The first time I truly questioned race – both my own and that of others – I was spending a year working for a grassroots educational nonprofit in Bangalore, India. In addition to my day job there, I also lived with and served as a warden to five 12th grade students. These five boys had grown up in slum communities in Bangalore but had shown strong academic promise in school. With important state-wide exams looming and without a home environment conducive to studying, the nonprofit gave them space in an apartment with me. It was in this setting, and in India in general, that for the first time I was the “other.” Though my treatment was far different – and far better – than the treatment of non-white communities in the US and elsewhere, this experience provided me the groundwork for a perspective on race and equity that I had looked to deepen ever since.
In this long search, I found a community with the People of Color Network (PCN) and the delegation that it sent to PolicyLink’s 2015 Equity Summit. With attendees from philanthropy, nonprofits, state and local government, and communities from each corner of the country, the Equity Summit brought together over 3000 people. The learned or lived experience that each of these attendees brought allowed for immensely interesting session, from pre-conference guided tours of historic and gentrified neighborhoods in Los Angeles to hands-on workshops on the role of philanthropy or impact investing in advancing equity. The Equity Summit delivered content that proposed to me new ideas, stretched the limits of my thinking, and challenged my previously held wisdom.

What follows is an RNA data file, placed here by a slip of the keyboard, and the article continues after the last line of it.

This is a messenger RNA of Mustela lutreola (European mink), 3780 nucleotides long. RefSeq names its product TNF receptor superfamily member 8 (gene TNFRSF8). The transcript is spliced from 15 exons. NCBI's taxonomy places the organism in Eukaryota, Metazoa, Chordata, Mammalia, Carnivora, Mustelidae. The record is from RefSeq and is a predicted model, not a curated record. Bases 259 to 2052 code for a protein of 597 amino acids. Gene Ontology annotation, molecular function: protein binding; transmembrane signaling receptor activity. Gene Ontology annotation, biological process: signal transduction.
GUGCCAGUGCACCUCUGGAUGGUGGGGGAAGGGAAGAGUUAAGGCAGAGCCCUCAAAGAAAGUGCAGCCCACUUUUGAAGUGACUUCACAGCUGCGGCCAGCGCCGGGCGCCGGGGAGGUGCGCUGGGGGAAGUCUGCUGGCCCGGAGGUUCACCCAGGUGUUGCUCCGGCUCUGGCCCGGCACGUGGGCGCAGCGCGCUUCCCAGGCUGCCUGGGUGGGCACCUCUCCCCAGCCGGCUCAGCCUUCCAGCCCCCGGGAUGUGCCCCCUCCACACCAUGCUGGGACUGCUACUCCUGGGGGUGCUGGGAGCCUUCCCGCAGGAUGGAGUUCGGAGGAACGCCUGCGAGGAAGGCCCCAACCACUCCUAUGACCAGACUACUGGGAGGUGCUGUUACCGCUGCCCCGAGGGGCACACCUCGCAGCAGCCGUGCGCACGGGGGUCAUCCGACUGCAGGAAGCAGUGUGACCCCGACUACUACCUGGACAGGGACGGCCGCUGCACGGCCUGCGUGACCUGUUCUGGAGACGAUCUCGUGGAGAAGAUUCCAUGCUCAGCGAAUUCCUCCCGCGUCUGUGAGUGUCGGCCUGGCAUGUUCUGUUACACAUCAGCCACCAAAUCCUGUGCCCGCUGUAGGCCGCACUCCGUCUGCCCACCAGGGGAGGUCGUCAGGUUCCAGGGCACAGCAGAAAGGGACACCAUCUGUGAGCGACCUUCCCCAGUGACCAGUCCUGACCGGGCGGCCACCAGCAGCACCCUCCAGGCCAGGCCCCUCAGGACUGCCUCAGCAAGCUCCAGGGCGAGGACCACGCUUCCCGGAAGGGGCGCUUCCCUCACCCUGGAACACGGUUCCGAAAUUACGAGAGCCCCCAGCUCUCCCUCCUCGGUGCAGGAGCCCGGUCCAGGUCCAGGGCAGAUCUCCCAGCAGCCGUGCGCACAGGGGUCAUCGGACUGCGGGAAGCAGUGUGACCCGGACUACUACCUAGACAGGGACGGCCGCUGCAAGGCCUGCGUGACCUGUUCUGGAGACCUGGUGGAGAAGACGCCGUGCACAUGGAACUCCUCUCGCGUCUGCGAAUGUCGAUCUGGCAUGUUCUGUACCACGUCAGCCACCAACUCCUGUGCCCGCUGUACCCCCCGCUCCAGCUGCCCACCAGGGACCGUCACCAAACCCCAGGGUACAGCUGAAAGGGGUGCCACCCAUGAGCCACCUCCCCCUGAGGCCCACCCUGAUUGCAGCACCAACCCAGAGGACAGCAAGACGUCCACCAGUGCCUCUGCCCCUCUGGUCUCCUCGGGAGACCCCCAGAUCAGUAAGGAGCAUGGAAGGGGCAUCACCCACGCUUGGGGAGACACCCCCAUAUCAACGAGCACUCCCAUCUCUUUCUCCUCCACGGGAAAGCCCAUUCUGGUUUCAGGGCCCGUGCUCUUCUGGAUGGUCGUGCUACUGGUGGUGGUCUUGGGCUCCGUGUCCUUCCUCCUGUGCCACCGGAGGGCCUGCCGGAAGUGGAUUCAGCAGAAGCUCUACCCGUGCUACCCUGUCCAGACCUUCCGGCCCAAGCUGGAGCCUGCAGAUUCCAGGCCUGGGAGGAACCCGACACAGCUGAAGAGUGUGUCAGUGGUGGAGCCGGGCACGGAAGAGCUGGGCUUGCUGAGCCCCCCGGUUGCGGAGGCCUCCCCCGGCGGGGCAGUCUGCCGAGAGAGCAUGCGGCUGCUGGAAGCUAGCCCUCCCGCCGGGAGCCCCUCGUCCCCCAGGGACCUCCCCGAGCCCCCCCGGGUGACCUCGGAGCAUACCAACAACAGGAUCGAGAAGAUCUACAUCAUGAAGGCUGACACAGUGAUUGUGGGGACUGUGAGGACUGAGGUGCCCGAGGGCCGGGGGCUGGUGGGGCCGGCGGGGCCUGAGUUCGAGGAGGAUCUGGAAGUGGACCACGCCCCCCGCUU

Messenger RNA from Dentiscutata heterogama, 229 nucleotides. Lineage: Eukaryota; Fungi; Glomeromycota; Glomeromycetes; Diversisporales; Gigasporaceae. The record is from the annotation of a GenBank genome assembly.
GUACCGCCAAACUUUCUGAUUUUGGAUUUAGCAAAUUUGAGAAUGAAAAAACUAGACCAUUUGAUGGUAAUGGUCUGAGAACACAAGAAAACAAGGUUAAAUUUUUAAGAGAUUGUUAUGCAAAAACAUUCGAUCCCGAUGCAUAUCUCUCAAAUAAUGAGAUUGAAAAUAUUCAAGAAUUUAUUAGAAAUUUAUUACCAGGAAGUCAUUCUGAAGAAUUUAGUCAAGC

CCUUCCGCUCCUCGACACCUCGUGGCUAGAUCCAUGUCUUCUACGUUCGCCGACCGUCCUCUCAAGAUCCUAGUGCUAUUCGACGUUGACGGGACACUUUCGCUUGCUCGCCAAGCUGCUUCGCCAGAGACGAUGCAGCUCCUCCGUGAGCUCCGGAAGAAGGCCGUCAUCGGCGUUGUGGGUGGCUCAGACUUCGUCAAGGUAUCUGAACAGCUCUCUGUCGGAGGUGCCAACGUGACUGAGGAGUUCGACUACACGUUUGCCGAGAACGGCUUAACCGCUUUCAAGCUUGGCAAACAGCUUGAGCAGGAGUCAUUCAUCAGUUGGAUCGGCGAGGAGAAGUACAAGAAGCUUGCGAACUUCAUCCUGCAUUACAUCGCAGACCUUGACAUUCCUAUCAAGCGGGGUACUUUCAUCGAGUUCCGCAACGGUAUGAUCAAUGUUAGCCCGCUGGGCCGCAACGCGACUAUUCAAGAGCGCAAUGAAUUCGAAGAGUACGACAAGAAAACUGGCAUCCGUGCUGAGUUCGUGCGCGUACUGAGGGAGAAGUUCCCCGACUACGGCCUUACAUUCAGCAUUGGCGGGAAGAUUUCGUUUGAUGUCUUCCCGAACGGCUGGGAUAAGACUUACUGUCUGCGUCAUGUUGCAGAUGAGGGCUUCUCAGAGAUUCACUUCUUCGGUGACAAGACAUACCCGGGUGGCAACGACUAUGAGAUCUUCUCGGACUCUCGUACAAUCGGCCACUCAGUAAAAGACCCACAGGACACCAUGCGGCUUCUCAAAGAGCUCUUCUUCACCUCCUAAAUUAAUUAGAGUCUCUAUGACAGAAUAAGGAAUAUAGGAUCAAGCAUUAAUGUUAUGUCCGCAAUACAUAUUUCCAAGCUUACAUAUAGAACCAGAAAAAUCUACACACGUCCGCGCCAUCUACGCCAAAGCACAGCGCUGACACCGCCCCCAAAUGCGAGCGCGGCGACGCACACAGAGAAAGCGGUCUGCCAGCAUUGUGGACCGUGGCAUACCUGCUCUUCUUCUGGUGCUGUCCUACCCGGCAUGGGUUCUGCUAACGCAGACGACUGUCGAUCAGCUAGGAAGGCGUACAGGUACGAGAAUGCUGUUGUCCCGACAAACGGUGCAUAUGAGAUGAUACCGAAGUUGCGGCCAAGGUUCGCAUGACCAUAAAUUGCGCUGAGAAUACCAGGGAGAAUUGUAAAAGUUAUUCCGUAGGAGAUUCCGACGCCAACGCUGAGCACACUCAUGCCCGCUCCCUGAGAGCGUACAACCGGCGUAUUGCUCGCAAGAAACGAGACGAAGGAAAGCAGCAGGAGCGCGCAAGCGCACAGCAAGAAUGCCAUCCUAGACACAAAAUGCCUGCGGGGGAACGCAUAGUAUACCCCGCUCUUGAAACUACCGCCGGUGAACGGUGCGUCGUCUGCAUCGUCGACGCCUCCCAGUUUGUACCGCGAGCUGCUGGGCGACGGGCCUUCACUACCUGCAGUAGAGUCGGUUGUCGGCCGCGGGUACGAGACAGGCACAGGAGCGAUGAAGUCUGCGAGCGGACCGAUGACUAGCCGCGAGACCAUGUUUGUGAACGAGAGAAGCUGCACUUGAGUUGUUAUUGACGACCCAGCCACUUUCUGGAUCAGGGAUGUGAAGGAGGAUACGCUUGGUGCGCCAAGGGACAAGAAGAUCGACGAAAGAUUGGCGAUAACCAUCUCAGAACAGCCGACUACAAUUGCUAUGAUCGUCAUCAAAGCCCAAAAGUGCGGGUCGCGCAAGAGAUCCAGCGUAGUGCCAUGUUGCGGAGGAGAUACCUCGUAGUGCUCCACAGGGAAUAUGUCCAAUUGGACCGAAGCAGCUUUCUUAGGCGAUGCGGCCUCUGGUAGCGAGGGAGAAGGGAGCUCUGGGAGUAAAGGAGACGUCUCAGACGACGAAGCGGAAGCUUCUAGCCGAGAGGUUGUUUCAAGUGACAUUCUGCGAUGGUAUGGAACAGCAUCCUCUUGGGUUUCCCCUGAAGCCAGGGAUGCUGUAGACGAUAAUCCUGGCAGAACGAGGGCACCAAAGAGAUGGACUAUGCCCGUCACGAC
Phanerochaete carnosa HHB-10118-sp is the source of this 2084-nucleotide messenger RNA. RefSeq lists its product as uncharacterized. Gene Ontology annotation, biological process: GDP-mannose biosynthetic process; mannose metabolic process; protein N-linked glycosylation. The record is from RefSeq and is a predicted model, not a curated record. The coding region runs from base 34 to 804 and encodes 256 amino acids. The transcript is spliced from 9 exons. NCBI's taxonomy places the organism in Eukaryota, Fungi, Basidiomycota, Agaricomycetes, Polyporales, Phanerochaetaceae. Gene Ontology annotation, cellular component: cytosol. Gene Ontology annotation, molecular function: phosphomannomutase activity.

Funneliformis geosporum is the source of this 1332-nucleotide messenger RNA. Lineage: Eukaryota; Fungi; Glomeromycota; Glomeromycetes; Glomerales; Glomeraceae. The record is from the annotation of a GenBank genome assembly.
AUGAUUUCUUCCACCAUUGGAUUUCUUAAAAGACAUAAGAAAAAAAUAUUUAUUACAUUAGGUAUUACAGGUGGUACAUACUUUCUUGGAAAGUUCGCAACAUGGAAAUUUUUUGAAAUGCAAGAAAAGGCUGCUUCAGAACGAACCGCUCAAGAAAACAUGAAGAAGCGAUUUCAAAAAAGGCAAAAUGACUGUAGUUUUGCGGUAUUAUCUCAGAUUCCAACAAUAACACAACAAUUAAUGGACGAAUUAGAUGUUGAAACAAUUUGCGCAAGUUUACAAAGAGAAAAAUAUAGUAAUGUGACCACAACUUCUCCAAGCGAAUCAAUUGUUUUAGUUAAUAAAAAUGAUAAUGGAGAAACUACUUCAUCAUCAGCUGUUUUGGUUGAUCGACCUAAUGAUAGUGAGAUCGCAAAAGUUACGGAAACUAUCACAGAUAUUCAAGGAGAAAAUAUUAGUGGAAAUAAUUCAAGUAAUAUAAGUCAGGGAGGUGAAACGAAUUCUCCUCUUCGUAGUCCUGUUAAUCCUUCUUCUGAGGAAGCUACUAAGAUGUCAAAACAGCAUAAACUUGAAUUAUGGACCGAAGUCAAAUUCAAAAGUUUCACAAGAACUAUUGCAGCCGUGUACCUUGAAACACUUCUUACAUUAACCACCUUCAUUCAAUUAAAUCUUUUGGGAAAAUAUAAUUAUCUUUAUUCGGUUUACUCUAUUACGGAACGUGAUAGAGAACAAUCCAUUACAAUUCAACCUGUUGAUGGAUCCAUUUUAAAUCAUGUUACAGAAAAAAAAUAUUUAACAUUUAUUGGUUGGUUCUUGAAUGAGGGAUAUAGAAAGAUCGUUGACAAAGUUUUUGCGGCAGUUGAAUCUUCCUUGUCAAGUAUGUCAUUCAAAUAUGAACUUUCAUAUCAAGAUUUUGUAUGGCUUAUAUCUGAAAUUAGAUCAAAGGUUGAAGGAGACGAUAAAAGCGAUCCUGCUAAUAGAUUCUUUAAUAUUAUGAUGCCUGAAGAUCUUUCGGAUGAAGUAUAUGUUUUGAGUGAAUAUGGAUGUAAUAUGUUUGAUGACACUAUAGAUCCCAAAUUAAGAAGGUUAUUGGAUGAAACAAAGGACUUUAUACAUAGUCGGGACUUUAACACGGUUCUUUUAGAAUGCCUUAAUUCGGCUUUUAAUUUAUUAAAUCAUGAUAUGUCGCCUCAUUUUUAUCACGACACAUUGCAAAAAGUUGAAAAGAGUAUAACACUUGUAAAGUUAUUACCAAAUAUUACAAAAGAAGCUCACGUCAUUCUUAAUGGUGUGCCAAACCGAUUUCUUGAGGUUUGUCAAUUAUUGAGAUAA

Particularly interesting to me was a session on collective impact and equity. The organization for which I currently work, FSG, authored the first article on collective impact in 2011, outlining the conditions under which collaborations on social issues between government, business, and civil society can be successful. In working on collective impact initiatives focused on cradle-to-career education in the Rio Grande Valley or on community development in South Dallas, issues of equity had often arisen, but they were rarely a – or the – central tenant of our work. This session, packed to standing room only with practitioners, funders, and community organizers from New Orleans to Seattle to Stamford, fearlessly dove into these difficult questions involving equity. We spoke about bringing all the stakeholders to the table; about true versus exploitative “community buy-in;” and about the distribution of power between the people “bringing change” to the community and the community itself. These questions reshaped our conventional wisdom, bringing to the forefront not the foundations, the nonprofit leaders, or the government officials attempting to create the change, but rather the intended beneficiaries of that change and the wisdom, contributions, and experiences that they bring.